Basically, it would be similar to the former DC Comics title “Batman Incorporated” in which Bruce Wayne used his fortune to create a legion of Batmen all over the world.
The most significant difference is that “Captain America” would represent a nation and not an individual. It would not have the hubris of a Batman Incorporated. There would be different means of funding and a different kind of mission statement. Such an organization would look like The American Dream, existing to oppose the American Reality. Such a group of people would make for a more inclusive idea of what “Captain America” is.
No two men could be Captain America, separate or unified, and carry the burden our present times and conditions would place upon their shoulders. What Steve Rogers and Sam Wilson can do, though, is get more of your money.
With Marvel Comics frequently under fire for publishing and marketing strategies that test the limits of fan enjoyment and support, their initiatives to create a new spectrum of books for a wider audience must remain legitimate. It must remain authentic.
Putting Sam Wilson out to pasture and taking the American flag from him would not have served their needs or purposes at all. The mantle of Captain America has been worn by many men for decades, so the idea of two men serving as the hero at the same time is not a revolutionary idea.
It may be the idea that Marvel needs right now, to match our national state of affairs, to act as the marketable olive branch, to comfort, to pacify, to keep your faith, to hold onto your support. Good intentions backed by marketable strategy to combat criticism and sales attrition.
The inevitable day, when there will be only one Captain America, has been held at bay for another period of time, to be determined. Insert the sound of applause for a job well done.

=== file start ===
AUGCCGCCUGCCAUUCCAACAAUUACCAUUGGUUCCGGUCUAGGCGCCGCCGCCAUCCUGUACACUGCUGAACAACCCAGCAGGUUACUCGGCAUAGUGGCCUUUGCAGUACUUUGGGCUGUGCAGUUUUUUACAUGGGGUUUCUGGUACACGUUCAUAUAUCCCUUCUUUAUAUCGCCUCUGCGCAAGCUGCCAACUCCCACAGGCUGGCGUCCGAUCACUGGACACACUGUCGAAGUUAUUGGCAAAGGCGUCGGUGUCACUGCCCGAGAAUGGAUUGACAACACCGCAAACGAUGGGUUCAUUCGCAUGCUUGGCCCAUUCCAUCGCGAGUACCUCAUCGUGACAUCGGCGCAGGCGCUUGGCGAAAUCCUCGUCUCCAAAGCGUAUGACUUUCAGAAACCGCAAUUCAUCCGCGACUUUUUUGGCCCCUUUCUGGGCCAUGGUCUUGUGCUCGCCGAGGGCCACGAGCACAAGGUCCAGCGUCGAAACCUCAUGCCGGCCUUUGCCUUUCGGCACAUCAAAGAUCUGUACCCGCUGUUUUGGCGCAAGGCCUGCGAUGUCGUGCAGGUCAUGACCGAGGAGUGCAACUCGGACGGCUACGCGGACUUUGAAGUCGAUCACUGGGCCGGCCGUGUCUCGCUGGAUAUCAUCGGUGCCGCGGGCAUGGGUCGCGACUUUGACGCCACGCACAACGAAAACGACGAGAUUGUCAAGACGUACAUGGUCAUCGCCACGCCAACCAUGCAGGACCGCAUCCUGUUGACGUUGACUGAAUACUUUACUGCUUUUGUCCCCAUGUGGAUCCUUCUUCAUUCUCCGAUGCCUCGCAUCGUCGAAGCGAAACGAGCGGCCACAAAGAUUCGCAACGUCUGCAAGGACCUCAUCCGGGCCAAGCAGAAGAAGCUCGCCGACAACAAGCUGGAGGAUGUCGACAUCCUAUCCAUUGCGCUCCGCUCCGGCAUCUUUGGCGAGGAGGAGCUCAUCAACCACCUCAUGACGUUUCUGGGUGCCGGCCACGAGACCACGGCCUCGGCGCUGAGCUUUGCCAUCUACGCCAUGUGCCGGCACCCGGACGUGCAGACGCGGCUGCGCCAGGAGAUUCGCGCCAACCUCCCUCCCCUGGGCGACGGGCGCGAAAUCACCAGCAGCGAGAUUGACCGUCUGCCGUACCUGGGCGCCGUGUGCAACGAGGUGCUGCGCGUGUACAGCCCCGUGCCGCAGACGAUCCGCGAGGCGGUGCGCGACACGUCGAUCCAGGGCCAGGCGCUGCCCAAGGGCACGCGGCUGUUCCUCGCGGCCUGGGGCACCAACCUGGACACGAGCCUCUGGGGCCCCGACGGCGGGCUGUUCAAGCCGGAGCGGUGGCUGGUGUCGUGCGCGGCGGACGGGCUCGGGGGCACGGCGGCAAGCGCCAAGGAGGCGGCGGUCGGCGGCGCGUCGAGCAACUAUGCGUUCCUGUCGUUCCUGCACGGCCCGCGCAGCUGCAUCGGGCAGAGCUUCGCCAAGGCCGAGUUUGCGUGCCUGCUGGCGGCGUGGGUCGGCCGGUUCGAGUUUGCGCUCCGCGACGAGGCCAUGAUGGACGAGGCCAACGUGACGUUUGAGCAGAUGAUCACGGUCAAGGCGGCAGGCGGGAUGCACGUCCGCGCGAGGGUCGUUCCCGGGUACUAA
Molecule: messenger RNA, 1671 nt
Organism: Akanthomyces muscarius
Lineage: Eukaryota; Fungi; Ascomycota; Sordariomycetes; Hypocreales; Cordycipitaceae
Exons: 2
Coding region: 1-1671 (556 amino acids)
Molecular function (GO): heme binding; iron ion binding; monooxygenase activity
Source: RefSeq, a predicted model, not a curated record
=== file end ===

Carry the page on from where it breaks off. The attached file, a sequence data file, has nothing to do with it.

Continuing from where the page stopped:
Joseph Phillip Illidge is a public speaker on the subjects of race, comics and the corporate politics of diversity. In addition to his coverage by The New York Times, CNN Money, the BBC and Publishers Weekly, Joseph has been a speaker at John Jay College of Criminal Justice, Digital Book World’s forum, Digitize Your Career: Marketing and Editing 2.0, Skidmore College, The School of Visual Arts, Purdue University, on the panel “Diversity in Comics: Race, Ethnicity, Gender and Sexual Orientation in American Comic Books” and at the Soho Gallery for Digital Art in New York City.
Joseph is the Head Writer for Verge Entertainment. Verge has developed an extensive library of intellectual properties for live-action and animated television and film, video games, graphic novels and web-based entertainment.
His graphic novel project, “The Ren,” about the romance between a young musician from the South and a Harlem-born dancer in 1925, set against the backdrop of a crime war, will be published by First Second Books, a division of Macmillan.
Joseph’s newest comic book project is the upcoming Scout Comics miniseries “Solarman,” a revamp of a teenage superhero originally written by Stan Lee.